What is the Graves Amendment?
The Graves Amendment is a federal law that regulates when an accident victim can sue a rental car company. Before the Graves Amendment, accident victims in some states could sue a rental car company for a traffic injury sustained in an auto accident with someone who was driving a rented vehicle.
The Graves Amendment removed this option. Regardless of the state you live in, federal law now says that accident victims can only sue rental car companies in narrow situations that do not apply to most traffic accidents.
Here is some information about the Graves Amendment and how it affects the way you file a lawsuit in a traffic accident caused by the driver of a rental vehicle.
Vicarious Liability for a Motor Vehicle Accident
Before explaining what the Graves Amendment does, it’s important to understand vicarious liability.
In most situations, people and businesses only have liability for their negligent or criminal actions. Suppose that a driver caused a car accident by speeding and texting while driving. Each person who suffered an auto injury in the accident would pursue compensation from the at-fault driver.
But in some situations, you can or must sue someone besides the at-fault driver. These situations arise when another person or business has vicarious liability for the actions of the at-fault driver.
- Parents have vicarious liability for their children under 18-years old
- Employers have vicarious liability for employees acting within the scope of their employment
- Legal guardians have vicarious liability for wards, such as parents with dementia
- Vehicle owners have vicarious liability for people who borrow their vehicles
This liability exists regardless of fault. So parents may have liability for a traffic accident caused by their child, even if they were not negligent in giving the car keys to the child.
Rental Car Vicarious Liability
Some states applied their vicarious liability case precedents to rental car companies. These states allowed accident victims to hold companies liable for an auto accident caused by one of their vehicles.
The rental car companies lobbied Congress to pass a uniform law that would cover them regardless of the location of the accident. Of course, their preference was to have a uniform rule that eliminated vicarious liability. Representative Sam Graves from Missouri accommodated them.
When the Graves Amendment passed in 2005, the federal law superseded state laws. It eliminated vicarious liability for rental car companies for any traffic injury caused by their cars with two exceptions:
Negligence by the Rental Company
An accident victim can still sue the rental company if its negligence contributed to the motor vehicle accident. Some examples of rental company negligence include:
- Negligent repair or maintenance of the vehicle, which causes it to crash
- Negligent entrustment by renting a vehicle to someone who posed an accident risk
- Negligent training of employees to recognize problems with vehicles or renters
In other words, an accident victim cannot sue a car rental company for a renter’s negligence. But the victim can sue the company for its negligence.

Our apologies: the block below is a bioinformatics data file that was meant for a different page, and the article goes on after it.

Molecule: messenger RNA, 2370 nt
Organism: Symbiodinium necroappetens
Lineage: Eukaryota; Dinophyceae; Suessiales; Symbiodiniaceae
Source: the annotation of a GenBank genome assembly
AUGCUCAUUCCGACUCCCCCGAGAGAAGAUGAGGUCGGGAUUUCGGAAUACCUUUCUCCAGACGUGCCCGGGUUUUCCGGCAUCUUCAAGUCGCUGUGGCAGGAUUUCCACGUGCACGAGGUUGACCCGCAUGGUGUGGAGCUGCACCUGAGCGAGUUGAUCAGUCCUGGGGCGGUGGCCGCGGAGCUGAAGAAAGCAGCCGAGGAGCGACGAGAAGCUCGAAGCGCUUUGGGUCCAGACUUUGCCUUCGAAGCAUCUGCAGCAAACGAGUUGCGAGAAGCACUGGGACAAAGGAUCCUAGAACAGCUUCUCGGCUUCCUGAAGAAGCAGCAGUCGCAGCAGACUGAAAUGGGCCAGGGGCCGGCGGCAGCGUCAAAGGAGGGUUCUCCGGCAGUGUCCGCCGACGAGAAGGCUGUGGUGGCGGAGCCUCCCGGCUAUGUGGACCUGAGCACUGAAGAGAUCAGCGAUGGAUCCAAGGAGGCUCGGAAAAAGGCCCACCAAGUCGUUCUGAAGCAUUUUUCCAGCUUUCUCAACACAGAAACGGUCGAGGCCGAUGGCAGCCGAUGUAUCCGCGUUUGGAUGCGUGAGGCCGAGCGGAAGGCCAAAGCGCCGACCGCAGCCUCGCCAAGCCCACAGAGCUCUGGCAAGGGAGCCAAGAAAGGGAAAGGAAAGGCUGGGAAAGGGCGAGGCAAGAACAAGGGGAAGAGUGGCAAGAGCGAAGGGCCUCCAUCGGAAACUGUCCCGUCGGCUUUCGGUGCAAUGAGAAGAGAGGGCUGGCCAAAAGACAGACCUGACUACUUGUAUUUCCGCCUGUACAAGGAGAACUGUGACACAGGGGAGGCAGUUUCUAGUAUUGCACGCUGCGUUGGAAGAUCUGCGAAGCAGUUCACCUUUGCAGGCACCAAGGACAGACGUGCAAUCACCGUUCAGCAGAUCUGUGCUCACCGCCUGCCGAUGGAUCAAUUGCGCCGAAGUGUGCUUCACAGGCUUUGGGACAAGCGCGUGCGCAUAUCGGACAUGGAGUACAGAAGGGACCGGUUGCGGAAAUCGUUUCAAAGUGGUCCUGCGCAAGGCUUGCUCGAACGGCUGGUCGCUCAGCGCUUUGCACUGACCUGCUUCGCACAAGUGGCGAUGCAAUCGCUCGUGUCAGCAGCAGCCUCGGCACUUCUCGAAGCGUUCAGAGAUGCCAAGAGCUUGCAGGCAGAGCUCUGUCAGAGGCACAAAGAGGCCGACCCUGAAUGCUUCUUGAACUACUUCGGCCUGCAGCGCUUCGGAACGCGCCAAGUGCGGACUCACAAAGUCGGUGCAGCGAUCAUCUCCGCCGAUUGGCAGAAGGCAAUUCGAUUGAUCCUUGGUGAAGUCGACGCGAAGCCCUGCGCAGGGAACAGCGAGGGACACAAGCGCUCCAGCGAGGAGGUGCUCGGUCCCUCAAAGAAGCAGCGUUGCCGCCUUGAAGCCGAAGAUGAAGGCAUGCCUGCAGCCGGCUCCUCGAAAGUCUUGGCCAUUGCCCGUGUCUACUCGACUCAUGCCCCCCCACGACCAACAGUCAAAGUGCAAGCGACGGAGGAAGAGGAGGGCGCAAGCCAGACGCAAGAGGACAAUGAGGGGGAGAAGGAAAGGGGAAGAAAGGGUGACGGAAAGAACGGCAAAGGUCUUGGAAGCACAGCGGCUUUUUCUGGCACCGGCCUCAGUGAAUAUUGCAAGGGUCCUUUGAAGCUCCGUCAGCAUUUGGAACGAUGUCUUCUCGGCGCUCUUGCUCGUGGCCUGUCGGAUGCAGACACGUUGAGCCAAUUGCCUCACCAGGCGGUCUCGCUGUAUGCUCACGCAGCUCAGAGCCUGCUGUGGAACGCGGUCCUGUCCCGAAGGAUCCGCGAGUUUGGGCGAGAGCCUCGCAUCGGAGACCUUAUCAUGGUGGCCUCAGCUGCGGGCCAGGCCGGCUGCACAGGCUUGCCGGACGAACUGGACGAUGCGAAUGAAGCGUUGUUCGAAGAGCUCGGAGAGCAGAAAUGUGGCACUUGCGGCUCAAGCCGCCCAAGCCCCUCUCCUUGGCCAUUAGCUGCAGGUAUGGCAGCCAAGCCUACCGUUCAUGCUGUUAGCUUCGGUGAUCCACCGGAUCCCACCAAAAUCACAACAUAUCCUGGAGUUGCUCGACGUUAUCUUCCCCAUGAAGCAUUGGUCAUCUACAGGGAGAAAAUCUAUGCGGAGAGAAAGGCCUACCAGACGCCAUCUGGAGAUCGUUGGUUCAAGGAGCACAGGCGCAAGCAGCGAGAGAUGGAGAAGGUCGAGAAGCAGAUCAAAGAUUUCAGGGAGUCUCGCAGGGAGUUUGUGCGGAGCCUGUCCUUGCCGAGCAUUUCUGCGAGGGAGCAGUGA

Suppose that a car rental company failed to detect that a renter’s driver’s license had been suspended for DUI. An injured victim could sue the rental company for auto accident compensation after an accident with the renter.
Criminal Wrongdoing by the Rental Company
An accident victim can sue a rental company for an auto injury that resulted from the company’s criminal wrongdoing. Courts have not decided any cases in which accident victims alleged criminal wrongdoing. But some examples that could support a claim include:
- Recklessly or intentionally cutting corners on maintenance and repairs
- Knowingly renting cars for illegal uses, like drug trafficking or robberies
The Graves Amendment does not shield rental companies from criminal activities. As a result, an injured person can sue the rental company if they sustain an injury due to the rental company’s crimes.
What an Accident Attorney Can Do After a Rental Car Accident
Rental companies offer insurance to renters. A renter may decline the rental insurance and rely on their auto insurance. In either case, you can pursue auto accident compensation from the insurance companies after an accident involving the rental car.
The Graves Amendment comes into play when the renter lacks insurance. In this situation, the driver bears the primary financial responsibility for your injuries. You will need to sue someone who might not have any resources to cover your damages.
Instead, an accident attorney might look into whether you can get auto accident compensation from the rental company. This will require the lawyer to investigate whether the rental company acted negligently or criminally. If the rental company has liability for its actions, you can sue the company, along with the at-fault driver.
To discuss how the Graves Amendment might affect your rental car auto accident, complete our online consultation form or call us today. We’ll help to match you with a lawyer that can explore your legal options.